I am sure lot of people in software testing might find this write-up offensive. But I have seen many people claiming to be in software testing for a long time and I find them lacking the basic skill sets required in testing! And at the same time I come across many freshers trying to find a job in testing and some new comers in testing, with far better testing skills. So I keep wondering if years of experience has anything to do with the skills required for software testing. Or is it the testing skills and passion for testing that matter?
I am not disputing the fact that experience helps one to grow in his profession (that applies to software testing too). But to me, it’s the number of hours you spend testing an application that matters, rather than the number of years. One might have spent years sitting in front of his office desk. But it’s the time spent on testing a piece of software, which matters and adds to his experience in testing. But the irony of Indian software testing industry is that here the employers pay more attention to a candidate’s years of experience than his testing skills. And that is one thing that constantly keeps bugging me!
Here I would like to share one of my experiences with my readers. In my earlier testing days, once I was given a website to test. And there was an image upload feature in that. And it was supposedly already tested and passed by a senior tester. I had to just verify it once again to confirm his belief that this feature was error free! So before I could start, I tried to get some test ideas to test the feature! And these are some of those test ideas which looked fair enough to be used as test cases:
1. Test uploading different types of image files (like .jpg, .png, .gif, .bmp, etc) and see if I could upload them.
2. Test uploading other files (like .exe, .dll, .mpg, .mov, .mp3, .wav, .rm, .doc etc) and see if I could break the uploading process.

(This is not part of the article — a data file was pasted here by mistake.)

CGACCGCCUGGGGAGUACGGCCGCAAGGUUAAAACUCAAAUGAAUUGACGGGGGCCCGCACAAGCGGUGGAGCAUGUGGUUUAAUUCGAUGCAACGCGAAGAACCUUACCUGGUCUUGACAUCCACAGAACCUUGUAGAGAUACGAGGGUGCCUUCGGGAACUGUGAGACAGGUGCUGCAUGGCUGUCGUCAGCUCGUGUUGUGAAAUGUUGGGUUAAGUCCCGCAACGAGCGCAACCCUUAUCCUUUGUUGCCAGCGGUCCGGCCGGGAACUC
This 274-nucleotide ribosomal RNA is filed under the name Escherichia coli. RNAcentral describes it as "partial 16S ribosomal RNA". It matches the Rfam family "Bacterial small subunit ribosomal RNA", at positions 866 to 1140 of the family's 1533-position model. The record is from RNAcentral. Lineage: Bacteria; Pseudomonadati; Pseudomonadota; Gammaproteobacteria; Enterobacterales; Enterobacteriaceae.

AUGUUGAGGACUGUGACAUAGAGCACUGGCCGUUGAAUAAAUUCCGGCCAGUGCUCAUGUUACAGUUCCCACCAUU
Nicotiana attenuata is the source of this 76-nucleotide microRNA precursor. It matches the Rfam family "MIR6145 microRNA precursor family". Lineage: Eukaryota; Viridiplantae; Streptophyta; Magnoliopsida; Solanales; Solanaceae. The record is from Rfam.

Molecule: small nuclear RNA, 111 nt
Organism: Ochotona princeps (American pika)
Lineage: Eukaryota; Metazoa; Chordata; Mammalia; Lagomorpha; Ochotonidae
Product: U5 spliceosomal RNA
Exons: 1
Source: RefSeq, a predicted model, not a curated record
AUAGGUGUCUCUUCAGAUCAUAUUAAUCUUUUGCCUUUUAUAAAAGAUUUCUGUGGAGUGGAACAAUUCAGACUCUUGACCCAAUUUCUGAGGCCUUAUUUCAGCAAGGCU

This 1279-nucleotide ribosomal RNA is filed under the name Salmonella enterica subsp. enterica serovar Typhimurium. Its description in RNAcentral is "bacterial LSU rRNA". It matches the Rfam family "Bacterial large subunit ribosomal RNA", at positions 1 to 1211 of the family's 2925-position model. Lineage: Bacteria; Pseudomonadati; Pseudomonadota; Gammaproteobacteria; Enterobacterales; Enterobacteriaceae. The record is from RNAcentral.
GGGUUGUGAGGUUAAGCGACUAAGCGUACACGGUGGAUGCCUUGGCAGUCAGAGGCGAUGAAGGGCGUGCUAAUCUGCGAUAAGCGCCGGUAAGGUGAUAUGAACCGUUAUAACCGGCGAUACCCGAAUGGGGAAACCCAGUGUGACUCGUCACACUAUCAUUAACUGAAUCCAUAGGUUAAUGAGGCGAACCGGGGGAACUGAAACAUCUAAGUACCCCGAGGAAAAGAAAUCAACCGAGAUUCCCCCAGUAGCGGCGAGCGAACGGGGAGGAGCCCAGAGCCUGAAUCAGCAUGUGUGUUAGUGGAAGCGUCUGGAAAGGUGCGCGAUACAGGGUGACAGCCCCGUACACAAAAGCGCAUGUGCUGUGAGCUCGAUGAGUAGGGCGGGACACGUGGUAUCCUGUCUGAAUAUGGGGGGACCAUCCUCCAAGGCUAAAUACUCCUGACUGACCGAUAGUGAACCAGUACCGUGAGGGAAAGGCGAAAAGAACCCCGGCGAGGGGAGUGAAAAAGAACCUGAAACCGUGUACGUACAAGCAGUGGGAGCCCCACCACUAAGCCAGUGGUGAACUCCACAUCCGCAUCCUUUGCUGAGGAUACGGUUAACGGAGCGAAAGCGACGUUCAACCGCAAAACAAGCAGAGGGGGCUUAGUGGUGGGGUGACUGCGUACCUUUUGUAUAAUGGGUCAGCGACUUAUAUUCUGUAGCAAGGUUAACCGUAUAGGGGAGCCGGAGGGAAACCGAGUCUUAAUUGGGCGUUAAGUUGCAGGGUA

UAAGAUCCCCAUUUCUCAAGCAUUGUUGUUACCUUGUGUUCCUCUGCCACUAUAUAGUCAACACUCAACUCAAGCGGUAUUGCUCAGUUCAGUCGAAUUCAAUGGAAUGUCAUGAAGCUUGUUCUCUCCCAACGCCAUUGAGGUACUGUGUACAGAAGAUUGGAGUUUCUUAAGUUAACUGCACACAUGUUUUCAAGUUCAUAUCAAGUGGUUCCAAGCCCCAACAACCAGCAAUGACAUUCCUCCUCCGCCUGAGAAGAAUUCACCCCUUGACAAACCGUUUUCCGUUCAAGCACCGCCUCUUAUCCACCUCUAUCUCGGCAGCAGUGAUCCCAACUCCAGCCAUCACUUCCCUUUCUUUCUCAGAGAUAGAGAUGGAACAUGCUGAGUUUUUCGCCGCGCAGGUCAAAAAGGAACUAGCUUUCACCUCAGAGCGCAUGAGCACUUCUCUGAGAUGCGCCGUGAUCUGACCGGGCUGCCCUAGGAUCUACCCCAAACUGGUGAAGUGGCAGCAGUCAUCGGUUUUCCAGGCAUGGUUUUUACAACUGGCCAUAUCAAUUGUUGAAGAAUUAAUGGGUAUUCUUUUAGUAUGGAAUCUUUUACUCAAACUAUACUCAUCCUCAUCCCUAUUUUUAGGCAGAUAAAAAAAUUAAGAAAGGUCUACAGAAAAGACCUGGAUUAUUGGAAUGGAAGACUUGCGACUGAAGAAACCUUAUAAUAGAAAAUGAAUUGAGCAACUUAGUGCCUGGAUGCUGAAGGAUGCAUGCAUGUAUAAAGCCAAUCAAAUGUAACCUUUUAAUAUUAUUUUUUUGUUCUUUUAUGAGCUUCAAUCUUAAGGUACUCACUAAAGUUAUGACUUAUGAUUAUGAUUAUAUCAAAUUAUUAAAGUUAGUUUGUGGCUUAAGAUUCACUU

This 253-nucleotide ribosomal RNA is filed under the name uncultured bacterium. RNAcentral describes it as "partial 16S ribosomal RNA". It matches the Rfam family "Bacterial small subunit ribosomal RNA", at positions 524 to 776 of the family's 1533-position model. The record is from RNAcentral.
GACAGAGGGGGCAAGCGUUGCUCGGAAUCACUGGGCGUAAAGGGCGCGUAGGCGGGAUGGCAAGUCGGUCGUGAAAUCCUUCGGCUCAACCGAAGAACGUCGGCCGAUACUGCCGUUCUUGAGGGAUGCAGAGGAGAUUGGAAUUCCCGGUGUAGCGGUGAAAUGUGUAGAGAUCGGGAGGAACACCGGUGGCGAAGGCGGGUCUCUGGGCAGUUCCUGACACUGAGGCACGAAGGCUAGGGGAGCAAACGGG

3. Test with an image file with size other than the specified limit (the maximum allowed size was 500KB. So I had to try with 0 KB files, 1 MB image files, 5 MB files etc).
4. Try uploading a virus infected image file [You can use EICAR (European Institute of Computer Anti-virus Research) test files. These files are not actually viruses but behave as virus files] and see if the web server could detect the virus and stop the upload!
5. Test typing in a wrong path (like typing ‘F:\ walpapers\aamir_khan_001.jpg’, in place of a correct path ‘F:\ wallpapers\aamir_khan_001.jpg’). Look at the wrong spelling of ‘walpaper’). This can easily happen if a user is entering the path of the image file to be uploaded instead of browsing and selecting the image file. I had to see that the system was capable of detecting the wrong path name of the file.
6. Test cancelling an upload process and see what happens.
7. Test with a slower network speed and low system configuration.
8. Test with corrupted image files (wrongly encrypted files).
When I tested the feature, to my utter surprise, most of the above tests failed! It was because the person, who had tested this upload process, had only tested the positive cases and had not bothered to use the negative conditions which might have broken the feature. And let me tell you, at that time we were not using any test case document for testing. So we had to test the features with our own test ideas.
So how did he miss these things? I am not trying to prove that the tests that I used are the best tests to test the image upload feature. There might be still better and more effective tests. But to me, these tests seemed (and still seem) as basic tests to test an image upload feature. Although the person who had already tested the feature was *senior* (in terms of number of years of testing experience!), still he missed these feature errors. At the same time, I think the reason I could catch the errors because I had more testing experience than him (in terms of number of hours spent in testing)! So that helped me to test the feature better than him.
So it does not matter if you are a fresher or a person with some experience. If you have spent enough time testing a piece of software, then that adds to your testing skills. Try spending more time testing something. Believe me that helps a lot in improving your skills as a tester. You might be having long years of testing experience or numbers of testing certifications (I have neither of them :) ). But unless you do some real and passionate testing, you can’t become a better tester. Practice makes one perfect. And that best applies to software testing. So keep testing and try to become a better tester.
Happy Testing …